FNATIC: Enzo

For Enzo “Enzo: Maestari, starting as a ringer for Abdrey “BraveAF” Gorchakov at VCT Reykjavik for Fnatic felt temporary. Yet, he found a spot as an Initiator and has become central to this team’s 8-0 success in EMEA Challengers Stage 2. His synergy with his teammates when it comes to map control makes him indispensable. 

With Emir “Alfajer” Ali Beder turning into a 17 year old prodigy right before our eyes, Fnatic has reached a new peak with this roster. Enzo has made this team smarter with his level of expertise. The structure of Fnatic coupled with earth shattering individual skill makes them the most dangerous team entering Copenhagen. 

XSET: BcJ

XSET broke the fourth place curse in large part due to the role of Brendan “BcJ” Jensen. The play of Matthew “Cryo” Panganiban and Zachary “zekken” Patrone opened the door to a North American title, but the XSET role players stepped up in a major way. The 73.6% team KAST shows a team working off utility and contact well, with BcJ’s Initiator plays doing the dirty work. 

Paper Rex: mindfreak

Paper Rex were an unknown quantity for Western VALORANT fans entering Masters Reykjavik. No one knew Paper Rex as a team with an advanced set of compositions and plays to bamboozle opposing teams. It’s the explosive, hold-W style of Jason “f0rsaken” Susanato and Wang “Jingg” Jing Jie. Each set play is carefully set up by the support players to completely overtake areas and players.

REYKJAVIK, ICELAND - APRIL 12: Paper Rex poses for the VALORANT Masters Features Day on April 12, 2022 in Reykjavik, Iceland. (Photo by Lance Skundrich/Riot Games)

Aaron “mindfreak” Leonhart , on the other hand, plays the facilitator. Many opportunities Jingg and f0rsaken get come off mindfreak’s viper utility and his ability to block out vision. Paper Rex is predicated on Jingg and f0rsaken taking aim-duels, while mindfreak puts them in the best position possible.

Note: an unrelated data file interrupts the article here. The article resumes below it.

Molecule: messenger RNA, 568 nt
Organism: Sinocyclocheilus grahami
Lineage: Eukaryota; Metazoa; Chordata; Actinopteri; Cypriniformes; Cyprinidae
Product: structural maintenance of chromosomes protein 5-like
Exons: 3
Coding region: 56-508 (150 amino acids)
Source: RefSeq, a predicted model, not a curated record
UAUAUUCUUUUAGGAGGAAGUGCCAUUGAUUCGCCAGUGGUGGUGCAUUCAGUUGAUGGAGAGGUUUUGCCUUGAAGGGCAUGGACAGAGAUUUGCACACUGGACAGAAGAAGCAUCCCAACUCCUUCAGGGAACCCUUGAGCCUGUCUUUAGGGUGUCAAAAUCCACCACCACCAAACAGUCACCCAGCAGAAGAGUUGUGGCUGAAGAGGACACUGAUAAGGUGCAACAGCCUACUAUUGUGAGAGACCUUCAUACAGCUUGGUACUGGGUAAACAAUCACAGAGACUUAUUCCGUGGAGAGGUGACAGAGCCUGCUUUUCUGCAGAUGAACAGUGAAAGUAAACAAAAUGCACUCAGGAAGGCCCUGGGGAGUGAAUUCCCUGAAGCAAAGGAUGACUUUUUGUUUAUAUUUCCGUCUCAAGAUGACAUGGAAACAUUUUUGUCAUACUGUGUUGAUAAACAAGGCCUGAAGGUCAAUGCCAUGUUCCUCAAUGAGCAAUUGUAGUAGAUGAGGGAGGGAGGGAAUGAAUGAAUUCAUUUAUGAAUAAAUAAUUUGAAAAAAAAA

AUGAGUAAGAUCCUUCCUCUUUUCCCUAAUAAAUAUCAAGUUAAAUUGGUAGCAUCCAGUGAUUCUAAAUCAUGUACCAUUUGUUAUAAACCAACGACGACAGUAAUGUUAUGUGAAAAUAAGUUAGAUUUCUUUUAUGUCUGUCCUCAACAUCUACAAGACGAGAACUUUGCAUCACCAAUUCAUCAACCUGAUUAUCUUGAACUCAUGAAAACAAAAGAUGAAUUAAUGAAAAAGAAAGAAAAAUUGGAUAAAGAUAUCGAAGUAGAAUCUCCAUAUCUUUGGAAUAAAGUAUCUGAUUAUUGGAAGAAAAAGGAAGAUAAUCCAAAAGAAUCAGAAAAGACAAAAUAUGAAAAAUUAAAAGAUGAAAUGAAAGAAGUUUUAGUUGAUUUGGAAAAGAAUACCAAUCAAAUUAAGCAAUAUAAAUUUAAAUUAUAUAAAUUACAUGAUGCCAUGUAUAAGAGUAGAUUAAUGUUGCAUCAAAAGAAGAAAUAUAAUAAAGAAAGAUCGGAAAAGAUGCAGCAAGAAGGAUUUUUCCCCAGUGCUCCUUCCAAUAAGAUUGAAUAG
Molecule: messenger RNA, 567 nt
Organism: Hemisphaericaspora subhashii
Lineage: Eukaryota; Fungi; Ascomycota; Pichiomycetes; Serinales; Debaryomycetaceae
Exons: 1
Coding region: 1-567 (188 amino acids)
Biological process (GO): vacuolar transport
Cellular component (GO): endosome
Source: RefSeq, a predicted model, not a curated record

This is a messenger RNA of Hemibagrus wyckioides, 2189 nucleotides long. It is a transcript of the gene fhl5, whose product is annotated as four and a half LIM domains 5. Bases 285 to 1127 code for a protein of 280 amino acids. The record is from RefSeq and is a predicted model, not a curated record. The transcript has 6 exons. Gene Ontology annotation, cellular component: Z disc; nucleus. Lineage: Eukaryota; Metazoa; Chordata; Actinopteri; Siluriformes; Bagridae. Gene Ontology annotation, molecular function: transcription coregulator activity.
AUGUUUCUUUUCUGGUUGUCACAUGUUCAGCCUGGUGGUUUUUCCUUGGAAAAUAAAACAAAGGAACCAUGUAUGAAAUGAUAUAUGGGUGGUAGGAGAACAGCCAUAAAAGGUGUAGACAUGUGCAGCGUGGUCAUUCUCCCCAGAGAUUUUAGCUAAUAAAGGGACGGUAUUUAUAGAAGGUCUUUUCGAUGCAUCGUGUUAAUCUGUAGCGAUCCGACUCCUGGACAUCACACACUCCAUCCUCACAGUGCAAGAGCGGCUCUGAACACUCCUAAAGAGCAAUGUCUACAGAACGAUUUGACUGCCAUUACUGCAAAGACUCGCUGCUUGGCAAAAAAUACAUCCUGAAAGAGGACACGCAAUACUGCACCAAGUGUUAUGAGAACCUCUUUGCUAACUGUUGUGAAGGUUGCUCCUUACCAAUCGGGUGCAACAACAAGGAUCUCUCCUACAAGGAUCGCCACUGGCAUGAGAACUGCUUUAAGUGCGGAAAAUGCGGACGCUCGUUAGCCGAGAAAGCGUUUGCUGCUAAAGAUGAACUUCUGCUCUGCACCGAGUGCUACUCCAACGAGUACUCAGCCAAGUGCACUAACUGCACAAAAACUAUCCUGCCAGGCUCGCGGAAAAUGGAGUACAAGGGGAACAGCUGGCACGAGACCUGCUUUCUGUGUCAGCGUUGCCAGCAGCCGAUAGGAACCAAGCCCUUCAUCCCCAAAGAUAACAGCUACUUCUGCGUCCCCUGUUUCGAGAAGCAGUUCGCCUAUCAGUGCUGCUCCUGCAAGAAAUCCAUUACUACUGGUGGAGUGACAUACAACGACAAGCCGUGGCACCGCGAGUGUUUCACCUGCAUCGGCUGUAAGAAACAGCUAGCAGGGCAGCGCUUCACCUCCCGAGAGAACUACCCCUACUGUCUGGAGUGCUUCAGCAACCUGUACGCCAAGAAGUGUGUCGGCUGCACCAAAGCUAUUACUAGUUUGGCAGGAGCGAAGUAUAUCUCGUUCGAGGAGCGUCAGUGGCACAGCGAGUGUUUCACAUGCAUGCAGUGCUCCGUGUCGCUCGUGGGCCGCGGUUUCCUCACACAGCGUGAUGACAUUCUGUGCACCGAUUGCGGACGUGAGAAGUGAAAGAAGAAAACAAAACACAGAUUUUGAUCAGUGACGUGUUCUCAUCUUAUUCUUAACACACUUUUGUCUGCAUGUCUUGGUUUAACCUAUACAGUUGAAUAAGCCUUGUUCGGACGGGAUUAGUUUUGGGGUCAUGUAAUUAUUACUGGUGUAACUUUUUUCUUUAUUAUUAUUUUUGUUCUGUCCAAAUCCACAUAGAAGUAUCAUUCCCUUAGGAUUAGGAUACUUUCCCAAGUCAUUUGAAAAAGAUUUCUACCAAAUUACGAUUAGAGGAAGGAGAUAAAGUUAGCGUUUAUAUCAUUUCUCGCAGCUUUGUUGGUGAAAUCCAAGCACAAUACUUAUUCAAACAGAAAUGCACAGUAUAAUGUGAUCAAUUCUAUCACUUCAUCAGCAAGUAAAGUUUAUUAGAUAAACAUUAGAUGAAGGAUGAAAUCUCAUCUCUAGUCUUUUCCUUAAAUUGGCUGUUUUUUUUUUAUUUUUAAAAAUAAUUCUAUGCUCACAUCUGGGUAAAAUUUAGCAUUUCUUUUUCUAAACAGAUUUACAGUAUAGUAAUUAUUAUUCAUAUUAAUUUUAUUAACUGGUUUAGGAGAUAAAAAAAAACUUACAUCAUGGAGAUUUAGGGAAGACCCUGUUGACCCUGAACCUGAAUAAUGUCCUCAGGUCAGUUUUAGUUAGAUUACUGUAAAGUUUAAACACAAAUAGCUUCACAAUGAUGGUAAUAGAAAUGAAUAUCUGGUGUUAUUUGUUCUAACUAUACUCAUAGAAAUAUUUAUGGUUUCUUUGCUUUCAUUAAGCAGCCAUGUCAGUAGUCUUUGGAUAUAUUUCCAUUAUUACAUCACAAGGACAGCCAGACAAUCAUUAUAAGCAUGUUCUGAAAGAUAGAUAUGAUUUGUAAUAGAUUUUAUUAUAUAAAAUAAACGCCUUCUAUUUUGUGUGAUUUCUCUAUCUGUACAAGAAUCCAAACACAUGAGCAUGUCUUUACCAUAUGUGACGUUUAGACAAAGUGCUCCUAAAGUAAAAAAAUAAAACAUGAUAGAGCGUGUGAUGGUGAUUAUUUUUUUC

Leviatán: Shyy

Levitán the surprise region winners alongside Northeption enter Masters Copenhagen with that good momentum. Beating their domestic rivals, KRU Esports, after four consecutive Finals losses has to give them massive confidence. Starting from playoffs gives them an opportunity to make some noise against top tier competition. 


Led by their leader and Chamber Vicente “Tacolilla” Compagnon, it’s a team with young, versatile talent. Fabian “Shyy” Usnayo, at 17 years old, was added in June and immediately steps in and contributes. His last minute signing was one of the reasons Leviatán powered through KRU. 

It’s a team with fire power, but more importantly, a larger understanding of the macro concepts of VALORANT. The coach Rodrigo “Onur” Dalmagro has come in and taught these players the game at a fundamental level. He’s drastically improved their understanding and allowed players like Shyy to shine.

VCT Masters Copenhagen begins on July 10th at 9 PM PST

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Blake Van Poucke -

Blake Van Poucke

| Twitter: @TokyoDown

Blake Van Poucke is a Valorant writer at esports.gg. He found esports through the early days of MLG and the Super Smash Bros Melee scene. He's been competing and writing about esports dating back to 2008. He has written for several publications and wishes to return to in-person esports events in 2022